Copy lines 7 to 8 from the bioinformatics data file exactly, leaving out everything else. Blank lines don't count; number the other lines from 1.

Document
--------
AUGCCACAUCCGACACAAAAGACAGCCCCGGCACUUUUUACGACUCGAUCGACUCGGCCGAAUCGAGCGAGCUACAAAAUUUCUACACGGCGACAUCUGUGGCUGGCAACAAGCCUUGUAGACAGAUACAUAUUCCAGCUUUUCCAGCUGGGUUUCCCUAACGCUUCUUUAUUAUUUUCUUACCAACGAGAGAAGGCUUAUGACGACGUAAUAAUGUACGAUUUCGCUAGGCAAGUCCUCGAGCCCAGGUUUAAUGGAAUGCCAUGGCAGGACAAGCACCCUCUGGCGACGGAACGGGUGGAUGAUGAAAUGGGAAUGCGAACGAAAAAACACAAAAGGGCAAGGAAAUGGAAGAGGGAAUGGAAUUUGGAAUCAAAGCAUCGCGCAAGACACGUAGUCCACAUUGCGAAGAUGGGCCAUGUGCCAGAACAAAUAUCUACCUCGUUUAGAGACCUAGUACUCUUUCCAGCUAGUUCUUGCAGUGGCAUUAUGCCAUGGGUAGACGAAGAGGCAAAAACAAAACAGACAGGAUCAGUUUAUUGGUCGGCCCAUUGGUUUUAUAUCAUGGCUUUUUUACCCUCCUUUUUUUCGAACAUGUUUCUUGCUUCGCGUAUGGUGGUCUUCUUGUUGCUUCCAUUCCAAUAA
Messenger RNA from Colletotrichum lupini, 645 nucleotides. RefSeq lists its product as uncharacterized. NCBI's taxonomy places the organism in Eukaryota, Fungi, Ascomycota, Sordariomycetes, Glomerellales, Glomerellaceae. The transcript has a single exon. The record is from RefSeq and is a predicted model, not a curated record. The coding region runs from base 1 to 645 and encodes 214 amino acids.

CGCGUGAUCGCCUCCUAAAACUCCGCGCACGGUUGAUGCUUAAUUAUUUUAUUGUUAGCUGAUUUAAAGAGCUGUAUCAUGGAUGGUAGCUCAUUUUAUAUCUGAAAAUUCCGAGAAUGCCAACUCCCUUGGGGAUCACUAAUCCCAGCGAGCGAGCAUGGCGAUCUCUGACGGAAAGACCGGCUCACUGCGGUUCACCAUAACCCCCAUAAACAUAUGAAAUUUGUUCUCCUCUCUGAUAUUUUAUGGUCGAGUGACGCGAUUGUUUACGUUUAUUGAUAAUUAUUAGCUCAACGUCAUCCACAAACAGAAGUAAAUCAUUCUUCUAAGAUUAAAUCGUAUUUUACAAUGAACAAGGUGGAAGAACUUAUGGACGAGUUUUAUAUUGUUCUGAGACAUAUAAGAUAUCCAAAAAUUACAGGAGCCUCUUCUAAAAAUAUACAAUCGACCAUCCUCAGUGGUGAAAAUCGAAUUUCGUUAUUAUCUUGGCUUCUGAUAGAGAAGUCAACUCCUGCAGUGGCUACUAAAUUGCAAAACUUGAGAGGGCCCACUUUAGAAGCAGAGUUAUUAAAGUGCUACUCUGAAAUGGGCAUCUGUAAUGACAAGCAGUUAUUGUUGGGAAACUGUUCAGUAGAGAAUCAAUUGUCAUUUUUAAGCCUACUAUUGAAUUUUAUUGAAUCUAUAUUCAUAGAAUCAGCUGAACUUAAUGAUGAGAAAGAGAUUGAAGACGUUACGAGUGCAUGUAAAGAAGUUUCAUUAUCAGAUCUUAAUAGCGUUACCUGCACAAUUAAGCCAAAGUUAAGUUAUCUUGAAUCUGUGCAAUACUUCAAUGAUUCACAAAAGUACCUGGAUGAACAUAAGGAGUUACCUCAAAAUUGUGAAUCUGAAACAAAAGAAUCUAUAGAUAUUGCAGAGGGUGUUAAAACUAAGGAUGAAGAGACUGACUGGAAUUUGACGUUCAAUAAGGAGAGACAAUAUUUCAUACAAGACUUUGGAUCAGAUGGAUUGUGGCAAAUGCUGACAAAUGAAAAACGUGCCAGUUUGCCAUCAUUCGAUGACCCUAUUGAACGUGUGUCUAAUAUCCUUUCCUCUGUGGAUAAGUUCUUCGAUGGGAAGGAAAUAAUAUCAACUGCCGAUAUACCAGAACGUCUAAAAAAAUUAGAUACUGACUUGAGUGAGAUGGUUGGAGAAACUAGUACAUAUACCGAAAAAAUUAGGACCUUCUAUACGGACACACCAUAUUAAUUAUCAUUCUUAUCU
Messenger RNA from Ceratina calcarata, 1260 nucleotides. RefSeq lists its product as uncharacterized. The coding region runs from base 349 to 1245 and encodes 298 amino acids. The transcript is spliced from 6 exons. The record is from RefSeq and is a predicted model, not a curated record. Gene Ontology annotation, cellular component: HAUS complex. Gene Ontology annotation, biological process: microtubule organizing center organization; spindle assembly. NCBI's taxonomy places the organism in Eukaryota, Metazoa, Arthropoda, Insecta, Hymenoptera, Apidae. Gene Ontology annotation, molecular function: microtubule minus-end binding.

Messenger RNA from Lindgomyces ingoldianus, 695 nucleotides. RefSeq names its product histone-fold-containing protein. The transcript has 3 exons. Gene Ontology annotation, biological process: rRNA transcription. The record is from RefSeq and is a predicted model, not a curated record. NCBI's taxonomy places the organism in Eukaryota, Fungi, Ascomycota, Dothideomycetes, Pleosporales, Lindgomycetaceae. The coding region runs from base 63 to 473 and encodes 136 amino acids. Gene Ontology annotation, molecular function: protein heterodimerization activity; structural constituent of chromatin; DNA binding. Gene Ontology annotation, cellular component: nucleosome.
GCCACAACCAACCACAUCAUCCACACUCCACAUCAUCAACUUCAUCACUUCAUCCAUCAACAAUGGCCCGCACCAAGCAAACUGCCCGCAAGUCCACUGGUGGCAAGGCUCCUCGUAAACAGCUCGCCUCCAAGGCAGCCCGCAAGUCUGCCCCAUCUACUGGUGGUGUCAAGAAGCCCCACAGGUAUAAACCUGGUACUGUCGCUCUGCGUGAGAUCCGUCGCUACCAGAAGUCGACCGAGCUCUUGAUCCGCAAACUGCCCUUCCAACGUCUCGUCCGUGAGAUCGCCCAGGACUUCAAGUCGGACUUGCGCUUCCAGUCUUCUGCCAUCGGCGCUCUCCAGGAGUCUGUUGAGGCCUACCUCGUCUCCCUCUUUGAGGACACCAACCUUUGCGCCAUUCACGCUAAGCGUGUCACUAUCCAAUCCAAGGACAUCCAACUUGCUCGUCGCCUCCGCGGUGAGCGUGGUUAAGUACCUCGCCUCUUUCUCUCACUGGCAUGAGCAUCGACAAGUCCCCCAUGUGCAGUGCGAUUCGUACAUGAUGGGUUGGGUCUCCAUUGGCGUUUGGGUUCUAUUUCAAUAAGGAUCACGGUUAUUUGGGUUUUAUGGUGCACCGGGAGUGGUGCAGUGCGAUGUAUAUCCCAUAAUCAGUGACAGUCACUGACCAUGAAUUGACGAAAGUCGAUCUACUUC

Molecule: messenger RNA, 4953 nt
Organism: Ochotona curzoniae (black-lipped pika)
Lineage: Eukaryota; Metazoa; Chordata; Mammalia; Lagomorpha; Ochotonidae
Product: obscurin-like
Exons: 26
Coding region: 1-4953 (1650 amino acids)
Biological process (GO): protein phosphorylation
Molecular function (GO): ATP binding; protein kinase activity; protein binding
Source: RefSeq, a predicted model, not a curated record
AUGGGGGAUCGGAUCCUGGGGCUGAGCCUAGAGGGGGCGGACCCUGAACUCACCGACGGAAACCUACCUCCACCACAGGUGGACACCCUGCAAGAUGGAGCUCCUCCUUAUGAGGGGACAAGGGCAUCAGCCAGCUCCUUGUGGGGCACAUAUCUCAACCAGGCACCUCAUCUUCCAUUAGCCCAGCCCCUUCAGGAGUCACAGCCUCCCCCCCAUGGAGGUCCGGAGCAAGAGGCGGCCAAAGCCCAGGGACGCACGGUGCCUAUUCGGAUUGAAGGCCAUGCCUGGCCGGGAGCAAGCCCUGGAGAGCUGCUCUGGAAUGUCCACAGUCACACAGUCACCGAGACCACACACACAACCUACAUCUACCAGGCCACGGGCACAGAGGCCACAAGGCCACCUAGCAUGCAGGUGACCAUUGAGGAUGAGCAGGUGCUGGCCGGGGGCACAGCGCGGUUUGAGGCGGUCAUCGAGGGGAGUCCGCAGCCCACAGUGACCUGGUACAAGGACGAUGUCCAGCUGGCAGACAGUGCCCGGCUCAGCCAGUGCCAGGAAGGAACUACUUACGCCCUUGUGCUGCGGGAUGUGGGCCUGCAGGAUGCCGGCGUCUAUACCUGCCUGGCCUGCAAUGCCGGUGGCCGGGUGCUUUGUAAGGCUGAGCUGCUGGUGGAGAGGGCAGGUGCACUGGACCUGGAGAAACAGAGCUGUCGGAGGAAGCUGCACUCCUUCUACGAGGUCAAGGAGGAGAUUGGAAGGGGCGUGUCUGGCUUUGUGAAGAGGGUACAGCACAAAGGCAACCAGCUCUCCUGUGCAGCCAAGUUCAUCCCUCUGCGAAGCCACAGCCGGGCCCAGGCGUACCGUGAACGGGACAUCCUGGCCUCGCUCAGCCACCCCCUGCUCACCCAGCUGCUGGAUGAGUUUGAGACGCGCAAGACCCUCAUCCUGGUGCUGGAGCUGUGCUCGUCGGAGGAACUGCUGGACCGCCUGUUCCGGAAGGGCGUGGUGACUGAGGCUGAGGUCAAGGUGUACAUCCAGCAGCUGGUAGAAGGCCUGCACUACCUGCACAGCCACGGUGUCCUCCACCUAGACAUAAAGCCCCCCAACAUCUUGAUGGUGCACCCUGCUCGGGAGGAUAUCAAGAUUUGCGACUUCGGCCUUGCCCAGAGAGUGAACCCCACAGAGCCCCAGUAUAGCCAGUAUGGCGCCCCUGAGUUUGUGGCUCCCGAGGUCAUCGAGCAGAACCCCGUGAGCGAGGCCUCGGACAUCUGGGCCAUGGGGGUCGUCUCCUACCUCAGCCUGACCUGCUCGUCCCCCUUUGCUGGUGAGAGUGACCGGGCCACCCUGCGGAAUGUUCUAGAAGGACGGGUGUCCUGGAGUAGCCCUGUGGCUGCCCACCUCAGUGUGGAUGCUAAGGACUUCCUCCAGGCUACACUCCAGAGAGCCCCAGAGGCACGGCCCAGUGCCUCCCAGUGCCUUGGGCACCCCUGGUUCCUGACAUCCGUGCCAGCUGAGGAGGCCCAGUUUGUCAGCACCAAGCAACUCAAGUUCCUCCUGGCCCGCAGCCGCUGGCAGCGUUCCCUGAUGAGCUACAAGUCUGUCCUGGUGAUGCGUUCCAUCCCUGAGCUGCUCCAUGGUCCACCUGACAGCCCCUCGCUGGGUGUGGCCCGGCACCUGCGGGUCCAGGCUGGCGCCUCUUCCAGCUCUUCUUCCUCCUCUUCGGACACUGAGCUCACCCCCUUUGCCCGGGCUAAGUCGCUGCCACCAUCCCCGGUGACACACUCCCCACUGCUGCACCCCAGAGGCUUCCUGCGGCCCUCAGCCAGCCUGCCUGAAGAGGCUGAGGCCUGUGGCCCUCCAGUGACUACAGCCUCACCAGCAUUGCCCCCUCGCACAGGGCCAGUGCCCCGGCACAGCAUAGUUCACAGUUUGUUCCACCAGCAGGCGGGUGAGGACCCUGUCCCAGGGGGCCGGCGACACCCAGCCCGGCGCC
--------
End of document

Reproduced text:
Molecule: messenger RNA, 4953 nt
Organism: Ochotona curzoniae (black-lipped pika)